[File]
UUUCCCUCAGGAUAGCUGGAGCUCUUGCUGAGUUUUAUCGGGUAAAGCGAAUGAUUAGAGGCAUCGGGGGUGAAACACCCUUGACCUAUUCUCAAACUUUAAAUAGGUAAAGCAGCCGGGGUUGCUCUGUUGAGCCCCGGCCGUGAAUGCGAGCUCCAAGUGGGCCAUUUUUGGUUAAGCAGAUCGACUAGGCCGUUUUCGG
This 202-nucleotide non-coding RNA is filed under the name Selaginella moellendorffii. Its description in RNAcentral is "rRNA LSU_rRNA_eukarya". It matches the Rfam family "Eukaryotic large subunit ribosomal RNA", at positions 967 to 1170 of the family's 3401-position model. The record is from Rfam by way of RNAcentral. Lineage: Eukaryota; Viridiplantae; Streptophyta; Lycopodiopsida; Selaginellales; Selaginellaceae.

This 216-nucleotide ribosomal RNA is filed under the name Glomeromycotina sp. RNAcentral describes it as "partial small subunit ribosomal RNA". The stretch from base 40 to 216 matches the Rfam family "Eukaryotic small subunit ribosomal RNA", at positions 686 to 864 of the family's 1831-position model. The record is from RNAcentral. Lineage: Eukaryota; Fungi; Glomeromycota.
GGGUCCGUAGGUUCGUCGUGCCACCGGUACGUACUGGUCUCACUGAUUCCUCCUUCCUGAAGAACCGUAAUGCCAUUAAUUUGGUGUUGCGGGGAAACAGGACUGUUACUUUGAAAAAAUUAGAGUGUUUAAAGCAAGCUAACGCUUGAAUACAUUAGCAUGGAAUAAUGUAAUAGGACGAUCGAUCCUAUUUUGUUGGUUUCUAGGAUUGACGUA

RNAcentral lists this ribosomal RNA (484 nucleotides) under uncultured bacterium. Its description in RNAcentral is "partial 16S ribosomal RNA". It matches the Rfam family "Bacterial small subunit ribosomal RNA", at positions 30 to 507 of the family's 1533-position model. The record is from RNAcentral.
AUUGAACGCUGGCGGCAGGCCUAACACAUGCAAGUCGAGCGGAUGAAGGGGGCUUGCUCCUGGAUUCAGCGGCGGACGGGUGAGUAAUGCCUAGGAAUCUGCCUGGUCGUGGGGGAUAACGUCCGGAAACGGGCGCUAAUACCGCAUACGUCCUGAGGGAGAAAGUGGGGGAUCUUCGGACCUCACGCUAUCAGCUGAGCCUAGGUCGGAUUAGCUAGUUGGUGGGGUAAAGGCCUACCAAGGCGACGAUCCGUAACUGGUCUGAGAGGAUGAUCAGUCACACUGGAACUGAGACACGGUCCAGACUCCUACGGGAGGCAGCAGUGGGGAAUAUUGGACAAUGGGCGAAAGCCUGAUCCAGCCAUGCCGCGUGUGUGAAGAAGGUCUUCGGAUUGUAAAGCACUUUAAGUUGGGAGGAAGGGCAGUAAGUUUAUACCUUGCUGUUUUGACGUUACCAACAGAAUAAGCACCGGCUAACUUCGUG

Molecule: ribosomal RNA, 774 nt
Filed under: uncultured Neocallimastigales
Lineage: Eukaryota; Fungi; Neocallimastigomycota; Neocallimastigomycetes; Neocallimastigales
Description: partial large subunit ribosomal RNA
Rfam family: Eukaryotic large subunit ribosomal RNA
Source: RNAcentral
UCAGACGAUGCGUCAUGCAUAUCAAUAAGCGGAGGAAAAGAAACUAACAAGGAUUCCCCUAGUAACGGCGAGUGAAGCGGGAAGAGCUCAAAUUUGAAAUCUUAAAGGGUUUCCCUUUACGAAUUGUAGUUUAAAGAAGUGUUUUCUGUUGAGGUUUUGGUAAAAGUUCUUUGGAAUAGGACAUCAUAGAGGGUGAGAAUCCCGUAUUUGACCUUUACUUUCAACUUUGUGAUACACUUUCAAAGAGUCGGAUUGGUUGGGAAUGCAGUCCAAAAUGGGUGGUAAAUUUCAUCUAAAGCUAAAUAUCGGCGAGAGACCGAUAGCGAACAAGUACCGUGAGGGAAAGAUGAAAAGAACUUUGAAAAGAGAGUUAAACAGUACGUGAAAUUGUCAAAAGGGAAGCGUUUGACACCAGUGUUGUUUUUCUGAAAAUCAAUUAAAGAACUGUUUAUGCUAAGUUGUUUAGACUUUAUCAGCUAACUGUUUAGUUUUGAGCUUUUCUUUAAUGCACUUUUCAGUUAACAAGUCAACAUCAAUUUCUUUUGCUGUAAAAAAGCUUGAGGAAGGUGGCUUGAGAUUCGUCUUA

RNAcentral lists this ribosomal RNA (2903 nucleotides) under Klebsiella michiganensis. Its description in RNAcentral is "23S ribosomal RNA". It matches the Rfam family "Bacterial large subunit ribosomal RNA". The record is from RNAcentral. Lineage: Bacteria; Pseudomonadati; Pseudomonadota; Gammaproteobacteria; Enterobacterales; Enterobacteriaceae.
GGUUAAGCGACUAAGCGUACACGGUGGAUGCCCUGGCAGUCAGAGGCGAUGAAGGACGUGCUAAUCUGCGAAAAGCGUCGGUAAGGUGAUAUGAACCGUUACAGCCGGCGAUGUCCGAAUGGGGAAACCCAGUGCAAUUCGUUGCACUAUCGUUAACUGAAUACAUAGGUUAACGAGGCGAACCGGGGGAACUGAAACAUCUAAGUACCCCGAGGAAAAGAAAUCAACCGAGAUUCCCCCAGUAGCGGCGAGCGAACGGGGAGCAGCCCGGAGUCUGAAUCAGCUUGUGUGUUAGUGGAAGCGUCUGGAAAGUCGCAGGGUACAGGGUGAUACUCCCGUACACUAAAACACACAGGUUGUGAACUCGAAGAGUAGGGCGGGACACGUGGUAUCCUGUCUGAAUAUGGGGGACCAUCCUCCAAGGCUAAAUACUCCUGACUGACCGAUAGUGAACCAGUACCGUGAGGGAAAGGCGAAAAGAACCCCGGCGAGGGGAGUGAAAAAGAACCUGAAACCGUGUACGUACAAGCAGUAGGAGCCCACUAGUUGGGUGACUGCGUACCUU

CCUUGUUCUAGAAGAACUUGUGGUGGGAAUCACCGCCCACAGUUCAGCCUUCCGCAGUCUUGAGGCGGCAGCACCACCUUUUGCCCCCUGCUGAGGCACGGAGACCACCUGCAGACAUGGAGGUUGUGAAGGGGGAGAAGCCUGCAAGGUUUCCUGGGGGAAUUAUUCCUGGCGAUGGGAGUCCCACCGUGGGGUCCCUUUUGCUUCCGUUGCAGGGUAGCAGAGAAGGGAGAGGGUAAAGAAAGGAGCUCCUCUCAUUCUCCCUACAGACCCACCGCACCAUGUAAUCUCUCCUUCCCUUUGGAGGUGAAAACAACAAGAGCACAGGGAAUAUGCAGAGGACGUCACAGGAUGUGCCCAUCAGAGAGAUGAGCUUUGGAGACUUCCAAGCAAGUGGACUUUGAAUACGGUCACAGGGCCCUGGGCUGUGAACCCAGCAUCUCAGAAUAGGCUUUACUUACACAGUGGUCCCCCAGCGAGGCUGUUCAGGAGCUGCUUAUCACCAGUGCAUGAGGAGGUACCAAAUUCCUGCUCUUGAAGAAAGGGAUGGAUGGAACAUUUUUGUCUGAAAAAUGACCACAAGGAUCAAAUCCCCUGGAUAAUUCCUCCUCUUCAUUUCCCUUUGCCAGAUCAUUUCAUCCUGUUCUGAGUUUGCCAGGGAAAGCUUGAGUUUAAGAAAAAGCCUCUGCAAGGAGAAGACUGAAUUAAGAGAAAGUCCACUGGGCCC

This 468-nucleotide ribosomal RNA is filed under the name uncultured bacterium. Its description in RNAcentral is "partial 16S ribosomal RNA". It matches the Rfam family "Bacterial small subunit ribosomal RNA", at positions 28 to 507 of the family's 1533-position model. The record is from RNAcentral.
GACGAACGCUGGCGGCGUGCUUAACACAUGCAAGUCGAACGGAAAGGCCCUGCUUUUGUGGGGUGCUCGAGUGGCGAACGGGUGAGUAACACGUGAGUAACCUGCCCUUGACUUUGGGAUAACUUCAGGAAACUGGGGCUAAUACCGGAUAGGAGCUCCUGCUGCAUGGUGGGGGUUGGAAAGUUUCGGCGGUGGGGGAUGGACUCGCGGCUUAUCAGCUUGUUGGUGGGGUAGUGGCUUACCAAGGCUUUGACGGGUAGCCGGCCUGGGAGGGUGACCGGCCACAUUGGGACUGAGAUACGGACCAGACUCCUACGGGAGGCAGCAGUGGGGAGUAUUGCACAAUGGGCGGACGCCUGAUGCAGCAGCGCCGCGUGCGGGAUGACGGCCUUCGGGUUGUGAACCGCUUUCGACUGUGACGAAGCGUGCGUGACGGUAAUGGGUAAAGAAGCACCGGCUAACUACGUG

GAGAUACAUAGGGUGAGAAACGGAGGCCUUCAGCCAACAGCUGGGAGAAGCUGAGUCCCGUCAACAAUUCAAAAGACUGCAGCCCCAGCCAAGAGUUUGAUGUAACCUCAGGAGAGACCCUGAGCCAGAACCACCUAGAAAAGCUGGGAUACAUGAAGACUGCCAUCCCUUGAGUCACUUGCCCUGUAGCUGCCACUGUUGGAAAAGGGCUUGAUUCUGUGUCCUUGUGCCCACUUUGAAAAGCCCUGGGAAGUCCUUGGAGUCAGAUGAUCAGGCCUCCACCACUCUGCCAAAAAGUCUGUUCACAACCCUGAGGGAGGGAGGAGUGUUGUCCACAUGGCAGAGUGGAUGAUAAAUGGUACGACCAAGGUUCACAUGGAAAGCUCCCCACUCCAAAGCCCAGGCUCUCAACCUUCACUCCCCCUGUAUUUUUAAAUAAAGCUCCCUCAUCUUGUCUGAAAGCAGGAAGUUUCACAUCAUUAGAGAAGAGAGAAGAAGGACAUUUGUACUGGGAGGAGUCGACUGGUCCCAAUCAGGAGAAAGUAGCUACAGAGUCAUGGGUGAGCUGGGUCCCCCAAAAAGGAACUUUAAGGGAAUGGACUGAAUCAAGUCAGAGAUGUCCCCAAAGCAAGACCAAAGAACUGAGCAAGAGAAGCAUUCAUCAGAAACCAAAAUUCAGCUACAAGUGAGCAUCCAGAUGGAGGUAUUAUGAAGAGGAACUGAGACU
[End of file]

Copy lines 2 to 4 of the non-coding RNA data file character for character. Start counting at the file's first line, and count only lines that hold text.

This 202-nucleotide non-coding RNA is filed under the name Selaginella moellendorffii. Its description in RNAcentral is "rRNA LSU_rRNA_eukarya". It matches the Rfam family "Eukaryotic large subunit ribosomal RNA", at positions 967 to 1170 of the family's 3401-position model. The record is from Rfam by way of RNAcentral. Lineage: Eukaryota; Viridiplantae; Streptophyta; Lycopodiopsida; Selaginellales; Selaginellaceae.

This 216-nucleotide ribosomal RNA is filed under the name Glomeromycotina sp. RNAcentral describes it as "partial small subunit ribosomal RNA". The stretch from base 40 to 216 matches the Rfam family "Eukaryotic small subunit ribosomal RNA", at positions 686 to 864 of the family's 1831-position model. The record is from RNAcentral. Lineage: Eukaryota; Fungi; Glomeromycota.
GGGUCCGUAGGUUCGUCGUGCCACCGGUACGUACUGGUCUCACUGAUUCCUCCUUCCUGAAGAACCGUAAUGCCAUUAAUUUGGUGUUGCGGGGAAACAGGACUGUUACUUUGAAAAAAUUAGAGUGUUUAAAGCAAGCUAACGCUUGAAUACAUUAGCAUGGAAUAAUGUAAUAGGACGAUCGAUCCUAUUUUGUUGGUUUCUAGGAUUGACGUA